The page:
Earl Weaver is generally regarded as one of the greatest managers in major league history. As the skipper of the Orioles, Weaver amassed a record of 1460-1060, six division titles,four pennants, and one World Series championship (1970).
Weaver is also generally regarded as the grandfather of sabermetric managers due to his innovative use of statistics as well as his willingness to eschew traditional strategies, such as the stolen base and the hit and run. Weaver's famous quote that "on offense, your most precious possessions are your 27 outs" wonderfully encapsulates the view of many saberists (and backed by run expectancy analysis) that sacrificing outs to move runners into scoring position is not that valuable over the long haul.
The graph above shows that Weaver put his money where his mouth was, at least when it came to sacrifice bunts. The blue line represents the average number of sacrifice bunts per team in all of major league baseball for each year since 1984. As you can see, the sacrifice bunt--much like the triple--has been in decline for some time. The orange line represents sac bunts per year for the Orioles.Prior to Weaver's arrival in mid-1968, the Orioles typically bunted as much or more than the average team (78 bunts per year vs 75 for the league). With Weaver at the helm, the Orioles still used the sac bunt, but they did so an average of 20% less than the rest of the league. If you just isolate 1972-1986, Weaver's Orioles averaged 27% less bunts than the league, reaching over 40% in five different seasons.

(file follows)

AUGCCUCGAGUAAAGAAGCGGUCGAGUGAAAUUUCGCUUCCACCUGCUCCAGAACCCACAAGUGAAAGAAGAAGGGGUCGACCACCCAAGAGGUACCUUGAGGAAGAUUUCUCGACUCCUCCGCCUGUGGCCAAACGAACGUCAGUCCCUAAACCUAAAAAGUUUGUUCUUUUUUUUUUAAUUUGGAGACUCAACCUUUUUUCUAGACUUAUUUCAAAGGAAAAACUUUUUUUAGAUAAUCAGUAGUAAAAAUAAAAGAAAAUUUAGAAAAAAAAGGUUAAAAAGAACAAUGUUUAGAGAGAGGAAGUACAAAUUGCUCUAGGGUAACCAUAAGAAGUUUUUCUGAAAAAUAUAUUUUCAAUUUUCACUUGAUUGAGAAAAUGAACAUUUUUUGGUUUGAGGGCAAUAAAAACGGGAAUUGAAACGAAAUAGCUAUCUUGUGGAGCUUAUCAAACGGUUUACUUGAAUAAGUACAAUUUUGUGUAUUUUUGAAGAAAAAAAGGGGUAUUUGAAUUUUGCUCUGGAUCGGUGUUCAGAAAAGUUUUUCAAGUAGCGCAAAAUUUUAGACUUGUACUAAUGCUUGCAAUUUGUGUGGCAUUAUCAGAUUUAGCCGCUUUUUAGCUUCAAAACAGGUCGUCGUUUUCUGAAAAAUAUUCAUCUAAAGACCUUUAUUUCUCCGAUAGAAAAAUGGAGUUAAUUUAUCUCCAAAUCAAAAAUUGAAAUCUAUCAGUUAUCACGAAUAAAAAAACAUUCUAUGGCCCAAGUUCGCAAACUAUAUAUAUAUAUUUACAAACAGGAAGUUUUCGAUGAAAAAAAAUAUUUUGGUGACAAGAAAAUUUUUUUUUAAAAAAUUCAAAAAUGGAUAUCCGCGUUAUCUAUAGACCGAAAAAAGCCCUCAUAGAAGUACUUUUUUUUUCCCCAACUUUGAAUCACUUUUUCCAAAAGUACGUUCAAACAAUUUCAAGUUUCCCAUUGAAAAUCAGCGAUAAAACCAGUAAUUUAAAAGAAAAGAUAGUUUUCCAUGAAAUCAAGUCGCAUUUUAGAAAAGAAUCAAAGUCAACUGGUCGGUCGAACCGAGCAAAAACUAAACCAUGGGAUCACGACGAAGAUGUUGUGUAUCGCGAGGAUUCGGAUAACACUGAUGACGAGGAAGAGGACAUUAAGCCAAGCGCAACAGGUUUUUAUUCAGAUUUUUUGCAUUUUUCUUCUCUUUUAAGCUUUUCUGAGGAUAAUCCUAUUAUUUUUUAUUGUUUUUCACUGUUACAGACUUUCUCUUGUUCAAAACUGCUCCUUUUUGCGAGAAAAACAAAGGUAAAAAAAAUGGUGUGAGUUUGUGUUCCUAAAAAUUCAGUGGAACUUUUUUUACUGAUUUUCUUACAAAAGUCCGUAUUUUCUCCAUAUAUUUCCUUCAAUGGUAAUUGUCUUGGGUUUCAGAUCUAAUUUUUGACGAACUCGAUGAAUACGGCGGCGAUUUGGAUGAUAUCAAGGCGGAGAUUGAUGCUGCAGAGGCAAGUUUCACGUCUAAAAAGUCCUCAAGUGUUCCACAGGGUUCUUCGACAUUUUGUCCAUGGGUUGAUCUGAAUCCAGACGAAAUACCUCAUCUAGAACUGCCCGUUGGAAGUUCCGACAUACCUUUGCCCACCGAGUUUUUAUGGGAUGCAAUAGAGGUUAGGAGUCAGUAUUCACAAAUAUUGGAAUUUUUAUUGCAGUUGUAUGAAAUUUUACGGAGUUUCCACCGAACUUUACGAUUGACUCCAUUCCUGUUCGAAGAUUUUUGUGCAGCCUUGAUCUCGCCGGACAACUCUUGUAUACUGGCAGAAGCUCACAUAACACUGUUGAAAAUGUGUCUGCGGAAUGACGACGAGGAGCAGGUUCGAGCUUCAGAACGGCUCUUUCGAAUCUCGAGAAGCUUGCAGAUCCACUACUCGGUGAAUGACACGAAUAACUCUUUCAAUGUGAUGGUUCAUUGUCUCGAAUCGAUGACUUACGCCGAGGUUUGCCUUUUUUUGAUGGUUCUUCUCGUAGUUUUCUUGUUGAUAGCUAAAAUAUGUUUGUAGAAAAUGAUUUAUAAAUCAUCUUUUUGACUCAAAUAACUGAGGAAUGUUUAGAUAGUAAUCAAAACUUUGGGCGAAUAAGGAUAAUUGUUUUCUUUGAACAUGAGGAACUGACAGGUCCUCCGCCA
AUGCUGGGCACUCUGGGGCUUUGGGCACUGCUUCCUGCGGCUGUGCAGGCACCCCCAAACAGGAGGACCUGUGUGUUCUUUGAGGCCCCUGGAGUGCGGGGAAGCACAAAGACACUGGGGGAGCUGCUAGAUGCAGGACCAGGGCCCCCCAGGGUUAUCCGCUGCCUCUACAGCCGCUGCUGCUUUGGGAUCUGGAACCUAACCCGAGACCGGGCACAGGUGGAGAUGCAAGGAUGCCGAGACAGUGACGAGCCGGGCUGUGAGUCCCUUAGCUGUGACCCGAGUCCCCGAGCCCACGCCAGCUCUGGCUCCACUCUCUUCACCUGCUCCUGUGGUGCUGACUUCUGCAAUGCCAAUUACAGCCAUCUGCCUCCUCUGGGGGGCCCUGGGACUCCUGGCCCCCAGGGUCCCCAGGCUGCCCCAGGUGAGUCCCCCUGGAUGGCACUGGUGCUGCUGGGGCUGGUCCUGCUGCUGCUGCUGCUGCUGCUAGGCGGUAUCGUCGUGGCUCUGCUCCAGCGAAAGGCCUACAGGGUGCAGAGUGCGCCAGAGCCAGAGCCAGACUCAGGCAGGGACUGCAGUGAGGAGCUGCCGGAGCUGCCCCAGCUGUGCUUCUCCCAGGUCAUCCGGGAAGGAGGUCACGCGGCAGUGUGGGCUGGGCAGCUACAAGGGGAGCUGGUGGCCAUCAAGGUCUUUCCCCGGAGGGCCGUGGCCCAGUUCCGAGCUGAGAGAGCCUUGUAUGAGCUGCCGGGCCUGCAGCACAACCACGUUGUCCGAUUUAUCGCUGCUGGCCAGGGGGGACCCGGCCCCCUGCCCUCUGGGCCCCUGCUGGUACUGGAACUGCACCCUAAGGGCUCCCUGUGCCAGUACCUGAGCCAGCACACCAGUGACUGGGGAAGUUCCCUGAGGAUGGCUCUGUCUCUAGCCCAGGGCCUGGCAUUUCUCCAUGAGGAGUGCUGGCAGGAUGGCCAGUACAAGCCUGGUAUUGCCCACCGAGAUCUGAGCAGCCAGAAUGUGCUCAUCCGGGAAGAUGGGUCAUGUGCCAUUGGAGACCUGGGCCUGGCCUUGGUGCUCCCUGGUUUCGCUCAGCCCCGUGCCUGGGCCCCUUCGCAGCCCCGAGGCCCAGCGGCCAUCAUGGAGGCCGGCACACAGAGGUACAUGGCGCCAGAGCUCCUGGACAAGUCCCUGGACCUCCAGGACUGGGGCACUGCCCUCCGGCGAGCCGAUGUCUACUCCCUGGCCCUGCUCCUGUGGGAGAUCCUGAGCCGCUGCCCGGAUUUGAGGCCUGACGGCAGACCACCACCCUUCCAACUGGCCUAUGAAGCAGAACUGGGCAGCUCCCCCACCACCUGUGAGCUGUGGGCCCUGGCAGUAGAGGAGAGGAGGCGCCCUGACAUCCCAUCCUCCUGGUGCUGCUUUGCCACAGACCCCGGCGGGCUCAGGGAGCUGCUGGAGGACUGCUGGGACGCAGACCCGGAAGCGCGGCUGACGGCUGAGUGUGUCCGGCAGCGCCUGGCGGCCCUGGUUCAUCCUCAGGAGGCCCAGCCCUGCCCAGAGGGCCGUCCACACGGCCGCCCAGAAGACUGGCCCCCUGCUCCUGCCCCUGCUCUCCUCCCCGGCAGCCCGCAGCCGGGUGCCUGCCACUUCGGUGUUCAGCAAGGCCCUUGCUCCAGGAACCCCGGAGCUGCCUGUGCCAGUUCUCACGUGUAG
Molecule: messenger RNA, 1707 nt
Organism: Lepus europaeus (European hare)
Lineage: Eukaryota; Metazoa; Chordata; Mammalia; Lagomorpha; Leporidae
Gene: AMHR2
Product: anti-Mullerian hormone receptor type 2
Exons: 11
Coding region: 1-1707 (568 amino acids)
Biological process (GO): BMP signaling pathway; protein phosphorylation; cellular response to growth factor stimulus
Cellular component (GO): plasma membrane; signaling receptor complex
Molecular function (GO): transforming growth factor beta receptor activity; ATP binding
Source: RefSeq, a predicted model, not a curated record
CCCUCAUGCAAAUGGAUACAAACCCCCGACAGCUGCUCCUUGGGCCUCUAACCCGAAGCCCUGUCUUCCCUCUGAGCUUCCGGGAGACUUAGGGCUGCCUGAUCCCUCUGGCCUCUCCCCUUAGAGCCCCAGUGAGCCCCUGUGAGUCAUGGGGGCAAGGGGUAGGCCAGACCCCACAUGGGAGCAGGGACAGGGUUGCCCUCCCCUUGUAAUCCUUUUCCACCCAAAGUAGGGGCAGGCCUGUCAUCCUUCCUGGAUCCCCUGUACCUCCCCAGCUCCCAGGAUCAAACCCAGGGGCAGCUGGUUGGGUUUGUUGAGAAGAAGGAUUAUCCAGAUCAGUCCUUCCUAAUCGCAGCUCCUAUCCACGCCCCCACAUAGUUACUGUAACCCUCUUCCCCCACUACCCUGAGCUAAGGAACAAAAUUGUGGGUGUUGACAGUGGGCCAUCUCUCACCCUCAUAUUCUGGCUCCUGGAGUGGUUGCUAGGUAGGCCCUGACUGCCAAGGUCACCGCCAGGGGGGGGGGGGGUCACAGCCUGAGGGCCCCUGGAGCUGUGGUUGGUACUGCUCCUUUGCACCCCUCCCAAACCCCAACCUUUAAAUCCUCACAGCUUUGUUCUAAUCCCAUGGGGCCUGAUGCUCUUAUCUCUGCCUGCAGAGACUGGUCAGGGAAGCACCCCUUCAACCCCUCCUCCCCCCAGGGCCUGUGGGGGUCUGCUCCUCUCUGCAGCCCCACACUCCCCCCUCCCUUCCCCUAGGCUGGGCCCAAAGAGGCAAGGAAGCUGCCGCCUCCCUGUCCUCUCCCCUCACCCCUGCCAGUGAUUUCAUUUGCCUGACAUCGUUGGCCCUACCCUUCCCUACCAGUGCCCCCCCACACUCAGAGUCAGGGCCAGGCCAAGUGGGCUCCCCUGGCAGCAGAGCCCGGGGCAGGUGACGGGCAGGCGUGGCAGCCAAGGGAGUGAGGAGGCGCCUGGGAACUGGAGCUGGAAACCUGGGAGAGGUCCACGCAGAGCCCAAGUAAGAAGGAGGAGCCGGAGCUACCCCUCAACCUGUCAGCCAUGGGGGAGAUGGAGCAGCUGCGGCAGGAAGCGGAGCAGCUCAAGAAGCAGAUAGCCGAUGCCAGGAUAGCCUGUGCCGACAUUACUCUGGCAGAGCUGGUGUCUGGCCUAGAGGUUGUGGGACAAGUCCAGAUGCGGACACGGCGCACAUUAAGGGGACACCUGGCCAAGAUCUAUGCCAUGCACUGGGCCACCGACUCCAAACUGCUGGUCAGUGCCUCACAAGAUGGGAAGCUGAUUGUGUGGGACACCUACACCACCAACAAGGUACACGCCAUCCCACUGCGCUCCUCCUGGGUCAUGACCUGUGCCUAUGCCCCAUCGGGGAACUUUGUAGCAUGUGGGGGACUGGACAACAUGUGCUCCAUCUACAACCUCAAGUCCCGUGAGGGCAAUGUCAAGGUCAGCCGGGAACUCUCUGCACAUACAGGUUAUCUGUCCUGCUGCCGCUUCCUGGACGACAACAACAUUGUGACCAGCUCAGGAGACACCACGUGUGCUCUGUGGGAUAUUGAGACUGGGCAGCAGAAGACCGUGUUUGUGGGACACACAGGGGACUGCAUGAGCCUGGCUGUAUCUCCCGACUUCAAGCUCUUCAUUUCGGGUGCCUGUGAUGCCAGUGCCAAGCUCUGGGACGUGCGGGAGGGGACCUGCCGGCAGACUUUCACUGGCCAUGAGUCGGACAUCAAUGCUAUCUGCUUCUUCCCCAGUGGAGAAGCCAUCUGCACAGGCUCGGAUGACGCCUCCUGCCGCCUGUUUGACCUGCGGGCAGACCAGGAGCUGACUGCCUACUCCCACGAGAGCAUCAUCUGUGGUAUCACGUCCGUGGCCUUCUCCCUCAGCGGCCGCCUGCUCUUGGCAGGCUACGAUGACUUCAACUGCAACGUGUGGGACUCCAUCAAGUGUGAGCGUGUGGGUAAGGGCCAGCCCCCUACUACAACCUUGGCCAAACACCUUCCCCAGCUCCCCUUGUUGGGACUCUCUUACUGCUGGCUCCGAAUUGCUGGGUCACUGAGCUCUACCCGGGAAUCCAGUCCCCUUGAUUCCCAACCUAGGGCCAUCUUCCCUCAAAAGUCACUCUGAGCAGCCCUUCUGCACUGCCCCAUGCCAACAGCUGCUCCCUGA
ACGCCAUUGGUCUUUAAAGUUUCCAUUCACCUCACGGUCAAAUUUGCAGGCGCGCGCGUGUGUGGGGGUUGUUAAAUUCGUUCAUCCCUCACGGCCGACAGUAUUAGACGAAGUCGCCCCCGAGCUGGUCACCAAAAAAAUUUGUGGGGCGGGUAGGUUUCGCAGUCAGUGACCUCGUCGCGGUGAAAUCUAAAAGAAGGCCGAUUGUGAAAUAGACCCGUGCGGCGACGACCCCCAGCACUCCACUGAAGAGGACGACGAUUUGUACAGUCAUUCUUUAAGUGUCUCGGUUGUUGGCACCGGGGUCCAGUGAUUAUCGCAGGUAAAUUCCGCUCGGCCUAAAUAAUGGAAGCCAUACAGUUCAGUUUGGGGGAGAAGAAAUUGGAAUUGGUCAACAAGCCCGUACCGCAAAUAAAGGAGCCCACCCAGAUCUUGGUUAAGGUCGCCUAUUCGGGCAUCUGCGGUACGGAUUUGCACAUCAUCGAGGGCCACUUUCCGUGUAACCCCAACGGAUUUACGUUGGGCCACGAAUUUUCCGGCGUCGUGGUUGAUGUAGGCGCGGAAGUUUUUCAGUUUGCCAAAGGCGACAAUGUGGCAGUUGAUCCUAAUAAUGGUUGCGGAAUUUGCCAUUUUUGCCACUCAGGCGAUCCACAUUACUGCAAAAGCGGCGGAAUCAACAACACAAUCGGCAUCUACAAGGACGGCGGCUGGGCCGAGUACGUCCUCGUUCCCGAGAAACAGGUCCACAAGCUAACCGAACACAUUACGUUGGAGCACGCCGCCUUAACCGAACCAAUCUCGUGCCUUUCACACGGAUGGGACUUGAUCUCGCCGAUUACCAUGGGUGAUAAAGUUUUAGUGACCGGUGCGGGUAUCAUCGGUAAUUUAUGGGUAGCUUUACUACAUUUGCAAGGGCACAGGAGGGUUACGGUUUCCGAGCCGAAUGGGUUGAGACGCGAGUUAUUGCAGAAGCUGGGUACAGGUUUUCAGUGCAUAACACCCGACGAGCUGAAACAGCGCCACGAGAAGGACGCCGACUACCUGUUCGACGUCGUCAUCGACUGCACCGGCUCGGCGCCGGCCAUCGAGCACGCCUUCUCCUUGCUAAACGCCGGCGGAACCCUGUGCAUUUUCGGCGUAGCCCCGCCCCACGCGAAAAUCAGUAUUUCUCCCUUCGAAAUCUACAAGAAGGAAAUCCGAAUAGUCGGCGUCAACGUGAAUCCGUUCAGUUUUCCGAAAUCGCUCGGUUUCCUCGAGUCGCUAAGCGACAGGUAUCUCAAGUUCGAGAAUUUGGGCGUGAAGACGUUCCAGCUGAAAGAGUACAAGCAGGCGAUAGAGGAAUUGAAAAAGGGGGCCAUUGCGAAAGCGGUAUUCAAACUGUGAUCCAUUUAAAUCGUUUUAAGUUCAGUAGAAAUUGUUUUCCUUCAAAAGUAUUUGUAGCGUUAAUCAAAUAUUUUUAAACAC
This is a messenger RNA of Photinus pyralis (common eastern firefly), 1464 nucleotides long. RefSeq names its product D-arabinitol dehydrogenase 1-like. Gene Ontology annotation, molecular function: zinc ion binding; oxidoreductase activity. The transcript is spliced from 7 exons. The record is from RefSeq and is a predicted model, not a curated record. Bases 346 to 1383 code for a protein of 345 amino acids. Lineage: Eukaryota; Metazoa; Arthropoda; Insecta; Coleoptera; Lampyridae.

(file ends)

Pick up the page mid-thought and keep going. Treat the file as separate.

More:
Weaver did not manage the Orioles in 1983 or 1984, but when he returned for the 1985 and 1986 seasons the team's sac bunts again remained well below league average.
Even after Weaver retired, the Orioles have leveraged the sacrifice less than the average team. With the bunt rate stabilizing at about 53 per team per year since 1995, the Orioles have averaged only 37 per year during that same time period--about average for an AL team over that time period.